Caution: If you aren’t caught up on The Killing, spoilers ahead!
After Season 2 of The Killing wrapped up the murder of Rosie Larson, viewers were wondering how the show could make us keep caring for another season and a whole new case. But with Mireille Enos and Joel Kinnaman still signed on to reprise their roles as Detectives Sarah Linden and Steven Holder, there was a reason to hope it was going to be good. What wasn’t so expected was the beloved character of Bullet, as played by Bex Taylor-Klaus.
Boarding school dropout turned street kid Bullet was a tough tomboy with an unrequited crush on her friend Lyric and a desire to protect the girls who sold sex on the street. When her friend Kallie went missing, she was relentless in finding out any information she could on her whereabouts and how they could connect to the recent murders of young homeless women, even if it means dealing with the Seattle Police Department.
Bullet’s relationship with Holder was never easy but it was fun to watch when they were getting along enough to poke fun at each other and learn things about one another. They slowly began to trust one another until high tensions and an innocent lie in episode 8 (“Try”) thwarted it enough to change things for them forever. Last week, on episode 9, viewers learned that Bullet had been murdered, as she was found in the trunk of suspect Joe Mills’ car. It was heartbreaking to watch as Holder opened the trunk, ignoring his partner’s calls to stop, and all we could see was her “faith” tattoo on her pale limp wrist.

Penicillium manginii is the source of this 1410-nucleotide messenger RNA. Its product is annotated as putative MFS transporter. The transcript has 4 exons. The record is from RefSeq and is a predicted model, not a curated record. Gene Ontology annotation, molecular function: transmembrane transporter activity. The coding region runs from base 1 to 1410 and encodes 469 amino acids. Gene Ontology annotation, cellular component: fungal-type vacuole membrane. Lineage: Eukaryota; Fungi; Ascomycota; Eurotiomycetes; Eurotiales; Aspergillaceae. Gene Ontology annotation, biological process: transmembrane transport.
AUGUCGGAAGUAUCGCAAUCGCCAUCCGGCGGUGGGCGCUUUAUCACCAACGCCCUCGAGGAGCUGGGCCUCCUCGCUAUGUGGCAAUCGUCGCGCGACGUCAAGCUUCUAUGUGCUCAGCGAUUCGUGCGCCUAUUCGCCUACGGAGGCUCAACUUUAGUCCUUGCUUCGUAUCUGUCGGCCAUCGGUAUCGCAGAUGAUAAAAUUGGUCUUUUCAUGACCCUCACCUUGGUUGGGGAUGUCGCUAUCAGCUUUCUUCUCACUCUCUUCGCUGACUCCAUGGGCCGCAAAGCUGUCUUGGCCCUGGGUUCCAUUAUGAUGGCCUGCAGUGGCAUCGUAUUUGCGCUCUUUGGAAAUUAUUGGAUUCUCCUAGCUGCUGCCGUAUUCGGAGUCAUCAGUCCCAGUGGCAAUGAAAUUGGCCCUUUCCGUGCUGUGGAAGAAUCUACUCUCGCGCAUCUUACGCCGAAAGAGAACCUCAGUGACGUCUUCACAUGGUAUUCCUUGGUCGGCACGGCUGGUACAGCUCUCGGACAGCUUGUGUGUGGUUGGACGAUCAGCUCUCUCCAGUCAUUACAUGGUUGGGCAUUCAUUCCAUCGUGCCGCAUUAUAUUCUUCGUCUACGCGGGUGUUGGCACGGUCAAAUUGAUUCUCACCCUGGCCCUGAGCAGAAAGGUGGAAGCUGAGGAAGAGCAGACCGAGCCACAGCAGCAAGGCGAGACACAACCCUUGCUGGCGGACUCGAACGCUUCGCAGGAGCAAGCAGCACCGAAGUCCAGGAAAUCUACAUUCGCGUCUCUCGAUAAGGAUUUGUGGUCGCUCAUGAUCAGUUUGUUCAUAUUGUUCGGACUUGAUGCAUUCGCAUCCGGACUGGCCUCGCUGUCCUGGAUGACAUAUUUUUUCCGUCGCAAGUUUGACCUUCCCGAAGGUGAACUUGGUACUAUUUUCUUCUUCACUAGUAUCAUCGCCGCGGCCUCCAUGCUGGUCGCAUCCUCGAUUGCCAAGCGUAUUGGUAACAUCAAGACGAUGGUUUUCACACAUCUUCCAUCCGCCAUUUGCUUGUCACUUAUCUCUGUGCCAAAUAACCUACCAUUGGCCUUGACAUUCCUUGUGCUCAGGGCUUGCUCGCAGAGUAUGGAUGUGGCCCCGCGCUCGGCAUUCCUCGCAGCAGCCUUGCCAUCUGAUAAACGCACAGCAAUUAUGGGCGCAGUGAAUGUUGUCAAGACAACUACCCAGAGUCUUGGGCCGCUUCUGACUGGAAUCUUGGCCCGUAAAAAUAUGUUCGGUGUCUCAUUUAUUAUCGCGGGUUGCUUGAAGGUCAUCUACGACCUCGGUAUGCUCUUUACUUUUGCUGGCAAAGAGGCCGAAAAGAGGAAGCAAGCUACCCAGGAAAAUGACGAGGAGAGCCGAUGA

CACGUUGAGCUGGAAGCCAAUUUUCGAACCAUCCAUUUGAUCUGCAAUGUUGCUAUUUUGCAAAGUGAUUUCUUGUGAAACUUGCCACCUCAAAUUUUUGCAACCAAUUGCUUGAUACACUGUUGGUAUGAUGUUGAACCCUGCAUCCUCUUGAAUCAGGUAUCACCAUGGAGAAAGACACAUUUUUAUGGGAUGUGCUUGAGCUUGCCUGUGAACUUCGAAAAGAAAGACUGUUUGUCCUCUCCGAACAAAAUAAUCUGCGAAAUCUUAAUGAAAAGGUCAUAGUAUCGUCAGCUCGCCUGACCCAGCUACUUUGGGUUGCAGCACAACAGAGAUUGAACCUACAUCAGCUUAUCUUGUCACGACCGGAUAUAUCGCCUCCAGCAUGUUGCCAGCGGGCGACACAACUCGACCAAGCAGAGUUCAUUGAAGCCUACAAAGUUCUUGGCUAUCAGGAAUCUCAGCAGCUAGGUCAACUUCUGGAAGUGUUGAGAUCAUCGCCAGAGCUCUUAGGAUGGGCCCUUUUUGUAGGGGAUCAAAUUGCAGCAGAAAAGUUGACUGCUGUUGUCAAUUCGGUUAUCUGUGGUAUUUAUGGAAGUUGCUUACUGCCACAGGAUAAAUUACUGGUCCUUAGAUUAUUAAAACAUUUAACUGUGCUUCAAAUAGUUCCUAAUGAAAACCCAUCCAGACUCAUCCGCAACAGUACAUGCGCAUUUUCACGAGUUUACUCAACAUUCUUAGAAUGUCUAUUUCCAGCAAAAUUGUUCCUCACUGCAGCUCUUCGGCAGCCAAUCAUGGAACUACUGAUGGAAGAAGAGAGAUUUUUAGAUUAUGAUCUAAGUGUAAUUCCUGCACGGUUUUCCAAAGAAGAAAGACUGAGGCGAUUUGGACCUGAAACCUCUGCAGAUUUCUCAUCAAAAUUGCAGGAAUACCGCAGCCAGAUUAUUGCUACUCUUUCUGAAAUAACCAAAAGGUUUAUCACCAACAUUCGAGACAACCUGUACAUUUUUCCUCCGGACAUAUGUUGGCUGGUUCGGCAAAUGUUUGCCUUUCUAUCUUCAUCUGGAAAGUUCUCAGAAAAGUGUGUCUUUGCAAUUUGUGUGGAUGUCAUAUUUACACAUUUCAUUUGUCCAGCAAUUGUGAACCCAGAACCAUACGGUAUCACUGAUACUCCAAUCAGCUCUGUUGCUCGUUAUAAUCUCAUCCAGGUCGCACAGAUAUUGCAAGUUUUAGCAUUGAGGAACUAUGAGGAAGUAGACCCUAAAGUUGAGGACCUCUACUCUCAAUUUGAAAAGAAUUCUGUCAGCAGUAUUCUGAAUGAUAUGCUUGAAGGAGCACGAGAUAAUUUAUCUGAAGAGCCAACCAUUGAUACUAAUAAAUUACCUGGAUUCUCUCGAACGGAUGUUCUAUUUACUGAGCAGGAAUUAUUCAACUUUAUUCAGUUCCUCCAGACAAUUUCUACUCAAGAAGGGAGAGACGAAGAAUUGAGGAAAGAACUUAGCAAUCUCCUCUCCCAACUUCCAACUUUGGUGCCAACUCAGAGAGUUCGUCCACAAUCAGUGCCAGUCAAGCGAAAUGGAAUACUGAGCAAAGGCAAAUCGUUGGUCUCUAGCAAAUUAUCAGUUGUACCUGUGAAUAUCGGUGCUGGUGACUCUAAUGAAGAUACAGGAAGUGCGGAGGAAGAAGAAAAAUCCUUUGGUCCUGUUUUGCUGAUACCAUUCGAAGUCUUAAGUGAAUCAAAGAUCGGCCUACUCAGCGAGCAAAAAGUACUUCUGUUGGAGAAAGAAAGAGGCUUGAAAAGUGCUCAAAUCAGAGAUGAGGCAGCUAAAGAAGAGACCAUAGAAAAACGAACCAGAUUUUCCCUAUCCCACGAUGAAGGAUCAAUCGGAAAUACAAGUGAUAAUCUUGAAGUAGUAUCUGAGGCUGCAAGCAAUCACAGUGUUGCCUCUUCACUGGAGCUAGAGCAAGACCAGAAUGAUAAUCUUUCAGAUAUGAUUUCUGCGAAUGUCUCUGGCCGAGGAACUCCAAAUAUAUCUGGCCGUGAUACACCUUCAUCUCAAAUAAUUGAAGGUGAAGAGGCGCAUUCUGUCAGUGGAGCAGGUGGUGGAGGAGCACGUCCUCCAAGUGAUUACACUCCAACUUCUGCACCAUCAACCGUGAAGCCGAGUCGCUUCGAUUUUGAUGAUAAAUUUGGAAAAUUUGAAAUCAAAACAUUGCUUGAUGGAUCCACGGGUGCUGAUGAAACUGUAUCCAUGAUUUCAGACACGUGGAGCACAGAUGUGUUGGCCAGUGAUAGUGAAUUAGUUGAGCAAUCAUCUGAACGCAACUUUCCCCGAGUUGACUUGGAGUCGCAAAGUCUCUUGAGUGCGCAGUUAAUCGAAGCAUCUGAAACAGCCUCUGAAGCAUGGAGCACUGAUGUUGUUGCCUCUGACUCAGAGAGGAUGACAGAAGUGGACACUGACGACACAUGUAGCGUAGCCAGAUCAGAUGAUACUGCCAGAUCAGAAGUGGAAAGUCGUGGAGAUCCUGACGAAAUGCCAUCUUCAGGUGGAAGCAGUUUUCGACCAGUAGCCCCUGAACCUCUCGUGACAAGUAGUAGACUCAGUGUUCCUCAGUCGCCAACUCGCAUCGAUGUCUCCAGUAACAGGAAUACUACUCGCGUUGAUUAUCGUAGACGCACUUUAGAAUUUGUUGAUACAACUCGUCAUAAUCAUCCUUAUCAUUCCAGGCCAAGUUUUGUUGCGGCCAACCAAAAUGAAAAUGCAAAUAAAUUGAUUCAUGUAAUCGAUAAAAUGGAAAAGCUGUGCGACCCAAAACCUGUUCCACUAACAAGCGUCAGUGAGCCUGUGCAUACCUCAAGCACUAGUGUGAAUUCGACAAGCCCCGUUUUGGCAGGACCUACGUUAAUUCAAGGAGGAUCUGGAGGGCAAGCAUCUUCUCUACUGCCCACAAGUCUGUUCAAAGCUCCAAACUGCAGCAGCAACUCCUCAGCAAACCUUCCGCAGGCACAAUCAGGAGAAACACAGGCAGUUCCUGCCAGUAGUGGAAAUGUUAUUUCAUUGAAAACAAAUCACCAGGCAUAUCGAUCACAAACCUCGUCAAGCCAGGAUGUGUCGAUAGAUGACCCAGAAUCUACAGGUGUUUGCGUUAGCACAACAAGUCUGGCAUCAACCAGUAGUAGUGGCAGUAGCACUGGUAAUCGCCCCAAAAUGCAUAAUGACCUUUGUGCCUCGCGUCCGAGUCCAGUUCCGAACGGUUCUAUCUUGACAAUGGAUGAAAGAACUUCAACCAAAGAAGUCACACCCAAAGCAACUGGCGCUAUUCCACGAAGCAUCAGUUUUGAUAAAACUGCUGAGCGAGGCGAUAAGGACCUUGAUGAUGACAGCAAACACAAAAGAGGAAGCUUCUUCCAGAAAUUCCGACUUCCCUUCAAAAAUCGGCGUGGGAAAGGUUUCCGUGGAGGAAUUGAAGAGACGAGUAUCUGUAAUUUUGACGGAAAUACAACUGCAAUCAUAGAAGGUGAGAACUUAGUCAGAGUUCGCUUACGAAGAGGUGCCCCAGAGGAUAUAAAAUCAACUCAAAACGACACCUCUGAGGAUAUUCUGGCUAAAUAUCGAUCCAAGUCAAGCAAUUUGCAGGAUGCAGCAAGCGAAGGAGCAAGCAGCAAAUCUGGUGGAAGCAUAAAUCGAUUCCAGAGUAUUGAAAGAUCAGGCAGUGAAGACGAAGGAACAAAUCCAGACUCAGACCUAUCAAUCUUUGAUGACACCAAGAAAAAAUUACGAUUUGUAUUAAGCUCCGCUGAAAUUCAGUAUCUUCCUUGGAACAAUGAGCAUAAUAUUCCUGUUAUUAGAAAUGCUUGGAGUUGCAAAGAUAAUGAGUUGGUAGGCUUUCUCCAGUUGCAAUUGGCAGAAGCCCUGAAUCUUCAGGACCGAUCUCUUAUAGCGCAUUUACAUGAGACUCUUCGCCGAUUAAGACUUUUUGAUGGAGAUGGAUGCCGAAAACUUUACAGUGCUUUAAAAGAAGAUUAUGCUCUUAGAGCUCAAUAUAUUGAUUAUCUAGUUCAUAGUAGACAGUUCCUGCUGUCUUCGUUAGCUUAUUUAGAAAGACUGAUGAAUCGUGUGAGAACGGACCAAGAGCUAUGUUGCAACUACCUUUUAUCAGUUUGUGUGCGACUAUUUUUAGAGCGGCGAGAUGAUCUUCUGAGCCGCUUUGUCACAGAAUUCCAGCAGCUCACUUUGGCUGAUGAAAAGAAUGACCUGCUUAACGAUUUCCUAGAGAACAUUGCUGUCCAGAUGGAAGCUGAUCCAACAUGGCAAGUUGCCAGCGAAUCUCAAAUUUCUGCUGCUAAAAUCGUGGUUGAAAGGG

“[Show creator] Veena [Sud] called me, I believe it was halfway through filming episode four, maybe at the end of filming episode four, and we were just talking about where the character was going to be going and what was going to be happening with [her],” Bex said. “But she was kind of hinting at something and I couldn’t tell what. So I stopped and said ‘Veena, hold on just a sec. Does Bullet die?’ And it’s just silence from the other end and I hear ‘I’m so sorry sweetie.’ So I had to stop laughing at how adorable that was. I knew for a while but not since the very beginning.”
At first Bex said she wondered why it was happening.
“There was that whole ‘Oh crap! Am I just that bad at what I do that they want to kill me off so they don’t have to deal with me anymore?’ There was that panic moment but mostly it was—well at first I was numb,” Bex said. “Then the first thing I asked her was ‘Does it move the story along?’ And she said ‘Sort of, yes.’ And we kind of talked about that and how it’s gonna affect people and things. And I asked if she fought back. That’s what I cared about most. If Bullet’s gonna die, does she at least go out fighting? And she does.”